- Physical therapy and occupational therapy – During these appointments, therapists who specialize in movement disorders will evaluate your fine motor movements, tone, stiffness, walking and balance. They will record video of your movement examination during two time periods (for a patient with Parkinson’s disease): when your medications are in effect, and when you have withheld medications for a few hours.
- Neuropsychology – This appointment evaluates your memory and thinking. We recommend you bring a caregiver or family member to this appointment.
- Speech therapy – A speech therapist will evaluate your speech and swallowing function.
3. Neurosurgery – You will meet with our neurosurgeon to talk about the details of surgery and ask any questions. We will discuss what to expect after surgery, the risks of surgery, expected recovery and goals of surgery.
4. Presurgery appointments – These appointments take place if, after the steps above, you decide to proceed with surgery. They are:
- MRI – This is a specialized scan with a 3 tesla (3T) magnetic resonance imaging (MRI) unit. The images allow your surgeon to plan where to place the electrodes during surgery. Your presurgery MRI usually is done without sedation. If you need sedation (medication to help you relax during the scan) for the MRI, or if the MRI images are not clear (for example, if you move), we will arrange for sedation.
- Preanesthesia testing – You will have a general physical examination to make sure you are healthy enough for surgery and anesthesia.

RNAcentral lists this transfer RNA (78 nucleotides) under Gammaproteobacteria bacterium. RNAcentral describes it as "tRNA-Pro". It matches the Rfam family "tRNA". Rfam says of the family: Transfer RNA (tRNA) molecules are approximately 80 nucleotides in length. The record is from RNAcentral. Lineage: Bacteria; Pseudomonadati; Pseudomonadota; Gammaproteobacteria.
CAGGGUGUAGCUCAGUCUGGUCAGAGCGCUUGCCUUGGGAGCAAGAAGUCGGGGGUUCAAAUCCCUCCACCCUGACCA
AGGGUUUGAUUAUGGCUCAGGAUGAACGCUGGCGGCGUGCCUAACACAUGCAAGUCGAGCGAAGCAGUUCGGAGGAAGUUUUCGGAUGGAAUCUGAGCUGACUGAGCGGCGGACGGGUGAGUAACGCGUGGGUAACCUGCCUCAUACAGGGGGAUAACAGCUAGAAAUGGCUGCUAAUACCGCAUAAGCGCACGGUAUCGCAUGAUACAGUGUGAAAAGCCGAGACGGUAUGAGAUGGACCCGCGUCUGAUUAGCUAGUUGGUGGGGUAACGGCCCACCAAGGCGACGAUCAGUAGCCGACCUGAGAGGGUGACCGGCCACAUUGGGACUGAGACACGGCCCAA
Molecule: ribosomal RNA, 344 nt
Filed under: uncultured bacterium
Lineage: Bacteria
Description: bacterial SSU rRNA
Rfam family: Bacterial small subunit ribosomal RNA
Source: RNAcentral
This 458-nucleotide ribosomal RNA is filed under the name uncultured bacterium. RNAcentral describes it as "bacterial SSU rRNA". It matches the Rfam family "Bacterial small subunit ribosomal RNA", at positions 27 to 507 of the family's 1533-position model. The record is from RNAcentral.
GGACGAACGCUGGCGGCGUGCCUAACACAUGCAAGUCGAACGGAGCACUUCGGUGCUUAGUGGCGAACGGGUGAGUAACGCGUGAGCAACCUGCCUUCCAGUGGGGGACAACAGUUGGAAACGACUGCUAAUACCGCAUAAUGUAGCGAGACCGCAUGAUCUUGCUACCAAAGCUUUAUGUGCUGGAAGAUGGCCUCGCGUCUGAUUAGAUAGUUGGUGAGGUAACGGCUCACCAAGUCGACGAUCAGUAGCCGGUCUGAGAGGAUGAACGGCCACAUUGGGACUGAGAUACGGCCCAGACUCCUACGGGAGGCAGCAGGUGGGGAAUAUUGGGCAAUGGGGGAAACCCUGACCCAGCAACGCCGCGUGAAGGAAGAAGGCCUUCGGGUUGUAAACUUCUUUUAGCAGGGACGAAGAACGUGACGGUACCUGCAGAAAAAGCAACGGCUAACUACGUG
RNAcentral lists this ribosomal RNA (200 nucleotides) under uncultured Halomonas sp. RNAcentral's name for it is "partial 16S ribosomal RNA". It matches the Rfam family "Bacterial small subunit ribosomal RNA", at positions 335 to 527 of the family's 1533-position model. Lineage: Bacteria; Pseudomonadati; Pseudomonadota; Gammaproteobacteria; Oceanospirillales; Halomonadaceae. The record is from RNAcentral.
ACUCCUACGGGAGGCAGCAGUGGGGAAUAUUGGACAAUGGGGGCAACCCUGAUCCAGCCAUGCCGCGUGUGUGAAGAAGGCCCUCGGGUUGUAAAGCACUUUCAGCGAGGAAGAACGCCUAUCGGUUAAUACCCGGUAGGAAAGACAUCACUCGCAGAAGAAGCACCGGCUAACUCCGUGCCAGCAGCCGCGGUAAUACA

5. Surgery – Surgery occurs in two stages. On the day of your surgery, you’ll come to Norton Brownsboro Hospital. In the operating room, you are placed under general anesthesia. Your surgeon takes a high-resolution computed tomography (CT) scan before surgery starts, to match up with your high-resolution MRI images from before surgery. This scan gives Dr. Rao additional information on placing the electrodes correctly.
After reviewing your scans in the operating room, the surgeon makes two small incisions, places the electrodes, and uses intraoperative CT scan to ensure the electrodes are in the correct place before leaving the operating room. Then you typically would spend one night in intensive care before being discharged as soon as the next day. This part is called Stage 1. The second part of your surgery (Stage 2) happens three to 14 days after the electrodes are placed. You come to Norton Brownsboro Hospital and are placed under general anesthesia. Your surgeon puts the internal pulse generator, also called the IPG or stimulator, under the skin, usually just below the collarbone. Typically, you would leave the hospital before the end of the day.
6. Programming your stimulator – Your stimulator is programmed in the neurologist’s office about two weeks after Stage 2. The neurologists will carefully test your movements during this initial programming. Programming is noninvasive and painless, and is done with wireless technology. The initial programming session takes about one hour, and typically a few programming sessions over the next few months are needed before you get the best symptom control from DBS.
You will get your own programming device that will allow you to check the status of your stimulator, turn off the stimulator, and in some cases, make your own adjustments (under the safety guidelines of your neurologist).